Alive and trapped deep inside each and every one of our computers is a character. A character that we cannot see, hear, feel or touch but is nonetheless present to mediate each and every one of our interactions through computers. This character is named Otar. And we have decided to set him free.

For our intro to physical computing final project this semester, Alex Abreu, Amit Snyderman and I decided to make a physical toy that you could play with and use communicate with your friends over facebook. What we ended up with is a narrative communication toy named Otar. If you read on you can learn more about what that means, and the process that went into this creature's creation.

Otar is a fuzzy, squeeze toy that connects to your computer's usb port. When you squeeze, Otar's stories come alive in a desktop widget. (* a screen shot of this is on left.) When you squeeze Otar, you flip through these stories, pick one you like, caption it, and then send it to a friend on facebook. Now, on both your and your friend's profile, you share an Otar flipbook. A story that you have started to build, using Otar's images as a language.

Language is imprecise, vague, imperfect and open to interpretation. Different communication tools have different languages associated with them. Otar is a tool that thrives on imprecise communication, and using narrative to understand and explain our relationships and each other.

Where does the name Otar come from?
Sometimes fun things come from not so fun places. The name Otar comes from the word teratoma. (an integral part of our brainstorming process…I will leave googling the term up to you…and I apologize if you are offended). Otar is your computer's teratoma. We took him out, gave him a name and a story.

The most interesting part about this project for me was creating a system that extends all boundaries of language, age, class, literacy level... As long as you can squeeze, you can play with Otar. This simple, easy to use modular system is extensible to a myriad of possibilities for implementation.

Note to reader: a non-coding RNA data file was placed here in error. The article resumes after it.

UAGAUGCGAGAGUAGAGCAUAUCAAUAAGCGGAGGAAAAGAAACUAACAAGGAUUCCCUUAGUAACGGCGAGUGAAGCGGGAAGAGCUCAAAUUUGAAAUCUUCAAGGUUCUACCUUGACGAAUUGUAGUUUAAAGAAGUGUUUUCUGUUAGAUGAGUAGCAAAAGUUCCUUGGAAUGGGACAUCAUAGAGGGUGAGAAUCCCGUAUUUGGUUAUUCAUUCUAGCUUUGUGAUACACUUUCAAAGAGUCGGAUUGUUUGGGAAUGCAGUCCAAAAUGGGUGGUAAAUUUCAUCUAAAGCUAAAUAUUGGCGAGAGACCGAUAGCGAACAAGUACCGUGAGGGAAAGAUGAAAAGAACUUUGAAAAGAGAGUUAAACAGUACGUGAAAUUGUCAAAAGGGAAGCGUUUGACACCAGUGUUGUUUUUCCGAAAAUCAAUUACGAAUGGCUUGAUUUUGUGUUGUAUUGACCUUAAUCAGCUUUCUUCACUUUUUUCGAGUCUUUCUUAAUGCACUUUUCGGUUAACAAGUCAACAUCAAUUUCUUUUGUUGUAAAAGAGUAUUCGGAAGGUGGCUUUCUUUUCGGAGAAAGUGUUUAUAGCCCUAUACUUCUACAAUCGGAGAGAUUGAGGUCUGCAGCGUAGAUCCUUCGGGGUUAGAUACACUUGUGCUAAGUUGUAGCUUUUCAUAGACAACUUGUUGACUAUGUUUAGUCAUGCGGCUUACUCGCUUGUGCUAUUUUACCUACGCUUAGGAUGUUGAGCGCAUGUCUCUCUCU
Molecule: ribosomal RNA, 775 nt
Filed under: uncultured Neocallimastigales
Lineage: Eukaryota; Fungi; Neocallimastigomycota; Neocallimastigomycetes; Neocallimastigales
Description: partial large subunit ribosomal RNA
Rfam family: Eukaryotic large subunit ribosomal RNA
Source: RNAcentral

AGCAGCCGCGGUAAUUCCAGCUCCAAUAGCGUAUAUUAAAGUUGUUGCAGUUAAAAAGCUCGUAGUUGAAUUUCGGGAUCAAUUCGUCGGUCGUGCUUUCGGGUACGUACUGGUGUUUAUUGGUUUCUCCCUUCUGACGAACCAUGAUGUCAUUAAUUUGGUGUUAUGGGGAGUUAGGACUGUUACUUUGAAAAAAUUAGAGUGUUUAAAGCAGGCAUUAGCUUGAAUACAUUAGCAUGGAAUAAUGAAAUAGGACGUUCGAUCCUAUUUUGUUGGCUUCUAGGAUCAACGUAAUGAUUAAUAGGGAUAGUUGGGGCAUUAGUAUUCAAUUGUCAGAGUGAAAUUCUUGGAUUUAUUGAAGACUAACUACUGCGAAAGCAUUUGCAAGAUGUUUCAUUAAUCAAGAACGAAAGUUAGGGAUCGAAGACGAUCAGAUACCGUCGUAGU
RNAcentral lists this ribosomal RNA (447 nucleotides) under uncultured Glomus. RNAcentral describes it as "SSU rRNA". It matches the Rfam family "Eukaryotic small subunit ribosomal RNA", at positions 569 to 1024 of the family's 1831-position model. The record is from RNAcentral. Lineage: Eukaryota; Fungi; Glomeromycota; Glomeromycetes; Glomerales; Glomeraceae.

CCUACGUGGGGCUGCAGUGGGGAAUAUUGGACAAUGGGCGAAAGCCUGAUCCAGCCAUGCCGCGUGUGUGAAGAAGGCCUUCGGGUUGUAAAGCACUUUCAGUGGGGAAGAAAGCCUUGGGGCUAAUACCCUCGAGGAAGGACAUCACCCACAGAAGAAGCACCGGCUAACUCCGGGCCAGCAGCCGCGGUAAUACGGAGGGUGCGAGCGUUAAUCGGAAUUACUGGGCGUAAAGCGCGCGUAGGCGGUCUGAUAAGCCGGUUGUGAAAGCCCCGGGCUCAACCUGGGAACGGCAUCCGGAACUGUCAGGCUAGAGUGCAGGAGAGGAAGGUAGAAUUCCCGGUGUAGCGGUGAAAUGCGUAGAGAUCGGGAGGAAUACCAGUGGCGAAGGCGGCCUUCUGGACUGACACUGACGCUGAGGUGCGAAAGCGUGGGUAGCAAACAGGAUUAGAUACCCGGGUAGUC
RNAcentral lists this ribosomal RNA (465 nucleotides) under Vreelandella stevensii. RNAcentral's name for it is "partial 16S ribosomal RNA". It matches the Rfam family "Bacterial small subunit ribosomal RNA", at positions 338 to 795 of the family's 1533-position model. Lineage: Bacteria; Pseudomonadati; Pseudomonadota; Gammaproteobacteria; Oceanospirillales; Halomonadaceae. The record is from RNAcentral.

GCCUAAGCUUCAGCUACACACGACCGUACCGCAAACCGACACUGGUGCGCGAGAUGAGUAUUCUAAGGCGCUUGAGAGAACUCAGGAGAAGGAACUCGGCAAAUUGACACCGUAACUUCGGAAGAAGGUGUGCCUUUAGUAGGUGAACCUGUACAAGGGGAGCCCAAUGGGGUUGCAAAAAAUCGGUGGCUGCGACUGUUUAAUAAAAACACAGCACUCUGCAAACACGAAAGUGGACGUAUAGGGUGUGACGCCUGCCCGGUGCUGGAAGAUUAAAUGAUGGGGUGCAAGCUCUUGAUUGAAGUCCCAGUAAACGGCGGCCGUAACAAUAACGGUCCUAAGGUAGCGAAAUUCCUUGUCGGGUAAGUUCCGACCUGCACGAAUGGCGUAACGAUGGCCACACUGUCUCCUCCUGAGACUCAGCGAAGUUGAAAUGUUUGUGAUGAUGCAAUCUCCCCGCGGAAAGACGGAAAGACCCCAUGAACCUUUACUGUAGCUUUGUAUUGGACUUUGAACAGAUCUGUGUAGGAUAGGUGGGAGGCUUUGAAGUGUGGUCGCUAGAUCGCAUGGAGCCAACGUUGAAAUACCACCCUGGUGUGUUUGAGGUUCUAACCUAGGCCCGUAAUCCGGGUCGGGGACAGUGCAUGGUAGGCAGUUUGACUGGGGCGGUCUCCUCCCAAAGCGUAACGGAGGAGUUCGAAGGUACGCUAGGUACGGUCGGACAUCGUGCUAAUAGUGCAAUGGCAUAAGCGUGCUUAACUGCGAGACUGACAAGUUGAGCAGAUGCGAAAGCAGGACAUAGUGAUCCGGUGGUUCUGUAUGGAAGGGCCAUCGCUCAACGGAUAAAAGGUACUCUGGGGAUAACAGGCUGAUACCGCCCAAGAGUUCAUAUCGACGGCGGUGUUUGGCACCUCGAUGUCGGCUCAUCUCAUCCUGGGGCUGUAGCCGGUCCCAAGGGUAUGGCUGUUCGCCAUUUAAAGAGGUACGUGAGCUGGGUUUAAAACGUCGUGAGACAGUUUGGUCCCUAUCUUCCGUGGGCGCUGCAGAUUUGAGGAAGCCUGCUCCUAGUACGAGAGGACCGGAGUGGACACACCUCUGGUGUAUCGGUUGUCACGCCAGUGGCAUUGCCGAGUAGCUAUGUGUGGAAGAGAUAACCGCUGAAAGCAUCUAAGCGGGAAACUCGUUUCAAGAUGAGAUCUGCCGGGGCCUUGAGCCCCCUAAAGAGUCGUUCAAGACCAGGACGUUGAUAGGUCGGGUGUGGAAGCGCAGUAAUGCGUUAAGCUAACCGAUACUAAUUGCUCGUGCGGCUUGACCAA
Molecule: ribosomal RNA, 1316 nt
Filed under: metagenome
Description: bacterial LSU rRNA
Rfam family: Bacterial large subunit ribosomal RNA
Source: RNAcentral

some of the technical behind the Otar
Building Otar involved building and figuring out a bunch of separate technical components and then eventually putting them all together. The front end code is written in Java, the back end is written in Rails, both speak to the facebook API. We use the RXTXcomm with gnu.io to talk to the serial port through Java. A pressure sensor and pump is embedded within Otar to transmit serial data to the arduino(a temporary prototyping solution...eventually to be moved onto a smaller chip). We do the majority of our serial processing off the chip and within Java. The entire squeeze range from resting to max-1 squeeze is mapped over a series of 10 frames of Otar's images. A max squeeze, you will send you to a new, set of 10 sequential frames.

We wanted to make Otar's two (desktop/facebook) GUI's as small as possible. And we had endless deliberations about every pixel that went into each component. Mouse send button? or just enter key? Alex did an amazing job of figuring out how to use, and work with all of the GUI components,and figuring out the poorly documented java facebook api...especially for desktop applications (of which there are very few). Amit is our backend rails and other fun surprises guru, including the hilarious and often dark and twisted images. All are open to your own interpretation of course!

Humans use their bodies to communicate.
Otar is fun. Otar likes to tell stories. Otar likes to share. Otar is not human, but contains human parts. Learn his stories, take parts of them and use them as a tool to rebuild stories of your own.

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